Suppose the Treasury sellers are spending their proceeds on cars, women and wine? Women can go through a few trillion rather easily. Then, thanks to women, you would have a boost to GDP. But if the Treasury sellers just re-invest, then you have asset appreciation (maybe—in globalized capital markets with hundreds of trillions of dollars of assets (think property), what does the actions of a lone central bank amount to? A bucket of water thrown against the tide?)

    But back on the federal government and money being fungible: Suppose the federal government sells $1 trillion in Treasuries to help finance the FY 2021 budget, but then also Fed buys $1 trillion in Treasuries with freshly digitized cash.

    This is not a QE-financed helicopter drop?

    Side story: Seems to me, due to the existence of globalized asset markets with hundreds of trillions of dollars of value, a lone nation can monetize its national debt without consequence. Kind of sneaky, but doable. The Fed bought back $4 trillion of Treasuries, and what happened? Nothing! Evidently, the cash the Fed digitized up was just swallowed by global capital markets with barely a burp. So the bond-sellers were made whole, and now the federal government owes money to itself. (Yes, I know the Fed is not technically part of the federal government. but it might as well be).

  15. Gravatar of jim jim
    22. May 2019 at 06:08

    @Market Fiscalist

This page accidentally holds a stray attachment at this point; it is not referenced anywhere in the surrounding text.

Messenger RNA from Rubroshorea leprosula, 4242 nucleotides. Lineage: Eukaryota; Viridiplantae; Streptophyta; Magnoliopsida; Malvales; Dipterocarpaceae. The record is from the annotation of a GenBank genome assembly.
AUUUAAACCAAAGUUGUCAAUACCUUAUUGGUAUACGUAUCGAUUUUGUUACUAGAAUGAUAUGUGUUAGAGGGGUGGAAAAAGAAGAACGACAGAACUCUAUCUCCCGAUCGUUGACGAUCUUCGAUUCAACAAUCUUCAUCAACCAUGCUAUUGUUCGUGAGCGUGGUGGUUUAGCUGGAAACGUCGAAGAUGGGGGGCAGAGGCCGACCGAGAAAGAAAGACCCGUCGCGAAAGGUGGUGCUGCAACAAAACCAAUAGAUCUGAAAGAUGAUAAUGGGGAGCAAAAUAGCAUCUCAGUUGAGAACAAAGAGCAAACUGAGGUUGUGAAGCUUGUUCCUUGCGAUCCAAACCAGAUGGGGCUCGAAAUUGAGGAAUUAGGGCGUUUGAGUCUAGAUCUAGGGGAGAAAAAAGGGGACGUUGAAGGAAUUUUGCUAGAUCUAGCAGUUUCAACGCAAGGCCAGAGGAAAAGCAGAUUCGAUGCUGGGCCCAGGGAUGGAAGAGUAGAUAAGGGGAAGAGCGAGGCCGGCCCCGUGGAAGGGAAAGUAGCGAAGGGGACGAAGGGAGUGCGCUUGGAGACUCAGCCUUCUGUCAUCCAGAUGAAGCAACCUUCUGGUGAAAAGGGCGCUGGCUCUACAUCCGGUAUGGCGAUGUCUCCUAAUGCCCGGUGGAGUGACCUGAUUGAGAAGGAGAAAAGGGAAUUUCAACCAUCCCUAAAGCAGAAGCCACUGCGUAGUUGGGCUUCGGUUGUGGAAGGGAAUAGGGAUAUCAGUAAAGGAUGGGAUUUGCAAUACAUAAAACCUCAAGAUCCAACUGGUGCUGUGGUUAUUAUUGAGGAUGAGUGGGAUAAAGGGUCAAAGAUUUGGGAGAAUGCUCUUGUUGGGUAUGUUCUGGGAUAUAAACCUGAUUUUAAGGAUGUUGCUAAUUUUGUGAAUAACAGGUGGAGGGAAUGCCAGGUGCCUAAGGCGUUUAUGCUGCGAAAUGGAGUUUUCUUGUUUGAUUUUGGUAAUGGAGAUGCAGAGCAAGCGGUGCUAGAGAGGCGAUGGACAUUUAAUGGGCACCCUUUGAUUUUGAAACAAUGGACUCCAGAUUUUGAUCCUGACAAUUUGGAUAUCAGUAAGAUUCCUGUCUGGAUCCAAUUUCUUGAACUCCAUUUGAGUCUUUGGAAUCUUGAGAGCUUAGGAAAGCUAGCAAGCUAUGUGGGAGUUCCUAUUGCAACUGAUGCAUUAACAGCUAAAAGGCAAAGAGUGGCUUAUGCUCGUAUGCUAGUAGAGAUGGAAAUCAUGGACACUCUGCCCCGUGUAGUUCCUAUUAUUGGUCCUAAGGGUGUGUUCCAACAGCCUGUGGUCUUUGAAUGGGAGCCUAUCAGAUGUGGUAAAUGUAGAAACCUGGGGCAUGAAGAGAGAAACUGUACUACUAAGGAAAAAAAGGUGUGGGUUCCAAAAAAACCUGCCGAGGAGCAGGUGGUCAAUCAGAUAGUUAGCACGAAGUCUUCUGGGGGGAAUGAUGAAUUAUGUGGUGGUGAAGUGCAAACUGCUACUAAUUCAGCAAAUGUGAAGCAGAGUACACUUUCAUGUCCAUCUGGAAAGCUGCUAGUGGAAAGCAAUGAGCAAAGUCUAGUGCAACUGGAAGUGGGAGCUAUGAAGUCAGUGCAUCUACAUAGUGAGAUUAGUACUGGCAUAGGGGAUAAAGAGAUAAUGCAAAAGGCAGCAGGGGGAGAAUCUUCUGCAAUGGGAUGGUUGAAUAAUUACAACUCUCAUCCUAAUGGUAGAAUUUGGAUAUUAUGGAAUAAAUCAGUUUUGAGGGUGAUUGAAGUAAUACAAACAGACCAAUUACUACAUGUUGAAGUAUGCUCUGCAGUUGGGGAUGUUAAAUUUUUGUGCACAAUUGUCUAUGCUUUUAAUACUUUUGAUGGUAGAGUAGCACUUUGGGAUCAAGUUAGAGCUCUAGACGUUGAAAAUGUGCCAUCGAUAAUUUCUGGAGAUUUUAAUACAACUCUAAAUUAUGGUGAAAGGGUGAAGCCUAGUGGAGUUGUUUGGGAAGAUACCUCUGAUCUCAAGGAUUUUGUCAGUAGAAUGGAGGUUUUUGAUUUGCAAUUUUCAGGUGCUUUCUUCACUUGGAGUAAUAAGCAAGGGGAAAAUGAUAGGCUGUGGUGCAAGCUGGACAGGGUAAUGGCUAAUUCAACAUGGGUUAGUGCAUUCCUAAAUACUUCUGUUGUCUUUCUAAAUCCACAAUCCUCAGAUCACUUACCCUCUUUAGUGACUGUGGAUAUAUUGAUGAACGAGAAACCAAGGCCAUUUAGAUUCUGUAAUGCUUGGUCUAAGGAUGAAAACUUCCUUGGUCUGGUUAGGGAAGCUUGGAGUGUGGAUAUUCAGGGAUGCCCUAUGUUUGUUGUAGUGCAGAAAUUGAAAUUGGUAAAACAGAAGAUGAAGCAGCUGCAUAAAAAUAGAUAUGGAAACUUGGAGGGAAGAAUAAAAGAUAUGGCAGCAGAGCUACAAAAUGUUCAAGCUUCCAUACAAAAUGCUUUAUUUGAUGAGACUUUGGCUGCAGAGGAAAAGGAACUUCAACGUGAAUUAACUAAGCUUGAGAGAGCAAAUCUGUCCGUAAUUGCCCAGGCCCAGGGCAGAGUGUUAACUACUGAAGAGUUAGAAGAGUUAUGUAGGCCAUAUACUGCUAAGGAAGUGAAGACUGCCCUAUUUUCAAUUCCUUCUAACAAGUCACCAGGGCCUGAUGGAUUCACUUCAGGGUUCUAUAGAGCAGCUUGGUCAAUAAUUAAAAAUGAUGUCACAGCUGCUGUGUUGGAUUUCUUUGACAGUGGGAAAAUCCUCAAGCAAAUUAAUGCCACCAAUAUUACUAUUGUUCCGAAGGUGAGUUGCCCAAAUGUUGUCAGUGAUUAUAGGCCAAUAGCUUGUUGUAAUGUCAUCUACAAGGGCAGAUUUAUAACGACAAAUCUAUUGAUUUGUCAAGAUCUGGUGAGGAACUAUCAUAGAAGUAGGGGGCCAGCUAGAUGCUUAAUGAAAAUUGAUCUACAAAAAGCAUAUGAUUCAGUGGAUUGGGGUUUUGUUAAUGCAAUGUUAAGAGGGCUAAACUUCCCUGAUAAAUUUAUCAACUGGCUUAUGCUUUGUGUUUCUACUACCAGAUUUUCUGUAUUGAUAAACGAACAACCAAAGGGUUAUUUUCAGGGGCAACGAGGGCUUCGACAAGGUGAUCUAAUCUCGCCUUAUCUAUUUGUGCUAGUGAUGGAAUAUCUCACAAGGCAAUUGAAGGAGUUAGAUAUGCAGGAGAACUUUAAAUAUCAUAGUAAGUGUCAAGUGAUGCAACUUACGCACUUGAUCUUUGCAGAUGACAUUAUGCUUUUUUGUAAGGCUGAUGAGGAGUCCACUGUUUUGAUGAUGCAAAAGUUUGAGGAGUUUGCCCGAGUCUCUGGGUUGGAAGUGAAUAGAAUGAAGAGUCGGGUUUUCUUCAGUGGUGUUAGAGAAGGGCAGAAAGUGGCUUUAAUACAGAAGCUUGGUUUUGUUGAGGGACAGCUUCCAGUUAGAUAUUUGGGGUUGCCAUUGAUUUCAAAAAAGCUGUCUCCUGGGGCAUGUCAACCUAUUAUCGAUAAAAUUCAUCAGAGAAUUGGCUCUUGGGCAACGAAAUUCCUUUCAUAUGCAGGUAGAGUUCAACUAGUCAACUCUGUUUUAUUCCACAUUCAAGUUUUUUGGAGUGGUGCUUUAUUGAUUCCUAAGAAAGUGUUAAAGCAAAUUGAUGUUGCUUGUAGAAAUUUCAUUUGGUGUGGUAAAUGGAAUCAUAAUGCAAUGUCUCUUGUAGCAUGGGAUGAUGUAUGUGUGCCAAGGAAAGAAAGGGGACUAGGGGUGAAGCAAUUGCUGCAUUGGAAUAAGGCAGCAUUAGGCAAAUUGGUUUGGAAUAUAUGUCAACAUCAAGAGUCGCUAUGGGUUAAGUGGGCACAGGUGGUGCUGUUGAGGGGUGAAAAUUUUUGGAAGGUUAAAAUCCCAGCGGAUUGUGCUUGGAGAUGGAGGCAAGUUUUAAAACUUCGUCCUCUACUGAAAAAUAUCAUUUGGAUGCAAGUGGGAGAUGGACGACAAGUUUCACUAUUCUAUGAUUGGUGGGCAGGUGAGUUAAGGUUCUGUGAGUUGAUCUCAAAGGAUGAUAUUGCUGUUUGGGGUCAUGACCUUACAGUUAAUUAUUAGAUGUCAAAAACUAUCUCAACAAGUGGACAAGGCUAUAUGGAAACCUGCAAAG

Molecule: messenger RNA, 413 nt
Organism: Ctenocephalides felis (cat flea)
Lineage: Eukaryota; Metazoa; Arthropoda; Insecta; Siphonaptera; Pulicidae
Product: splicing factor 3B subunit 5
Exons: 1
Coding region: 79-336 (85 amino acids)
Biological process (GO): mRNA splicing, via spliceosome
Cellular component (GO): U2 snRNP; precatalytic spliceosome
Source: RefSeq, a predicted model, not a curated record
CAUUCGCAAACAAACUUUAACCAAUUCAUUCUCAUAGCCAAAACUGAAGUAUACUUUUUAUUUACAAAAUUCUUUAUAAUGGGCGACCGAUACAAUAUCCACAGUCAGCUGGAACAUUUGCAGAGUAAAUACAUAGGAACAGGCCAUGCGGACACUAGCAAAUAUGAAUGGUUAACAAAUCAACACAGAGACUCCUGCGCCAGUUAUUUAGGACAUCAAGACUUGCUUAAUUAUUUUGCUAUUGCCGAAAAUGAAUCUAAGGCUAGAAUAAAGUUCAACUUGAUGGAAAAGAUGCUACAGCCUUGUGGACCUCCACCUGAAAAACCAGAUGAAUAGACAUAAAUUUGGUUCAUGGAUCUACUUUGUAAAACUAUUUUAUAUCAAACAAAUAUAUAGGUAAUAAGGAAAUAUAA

Begun reading up on maximum seignorage during hyperinflation as Scott suggested and still know he’s right but can’t shake a few things in my head (helpful link below – i’m still trying to understand all of it –


    Definitely agree that velocity would go up initially if we implemented the 15% scenario tomorrow, but wouldn’t velocity and money demand eventually stabilize if the market truly believed that it would be 15% every year forever?

    Stated differently couldn’t we have milton friedmans k% rule where k = 15%? If money printing was entirely used to pay for govt employees salaries, would their real salary go down over time? Govt increases govt workers salaries 15% every year in nominal turns but what would their salary raises be in real terms in the long run? much lower than 15% i’d guess…though as Scott has mentioned before, over the long run MB and NGDP are correlated so how can a 15% annual rise in MB over say 100 years result in anything other than about a 15% annual rise in NGDP over that same 100 years?

    Even better, couldn’t we set an NGDP target at say 17% (15% inflation + 2% real GDP)? Not ideal but wouldn’t be runaway inflation either?

    Sorry for all the basic questions….still working through this stuff in my head

  16. Gravatar of Market Fiscalist Market Fiscalist
    22. May 2019 at 06:50


    Lets say that the only thing the govt spends money on is its employees salaries and this initially is 10% of GDP and paid for by taxes. Assume also that the velocity of money is 10 and stays constant and there is 0% growth.

    If the government increases salaries for government workers by 15% by printing new money then this represents a 1.5% increase in money supply and (as velocity is held constant) also a 1.5% increase in GDP and (as there is no growth) 1.5% inflation. So govt salaries go up by 13.5% (15% – 1.5%).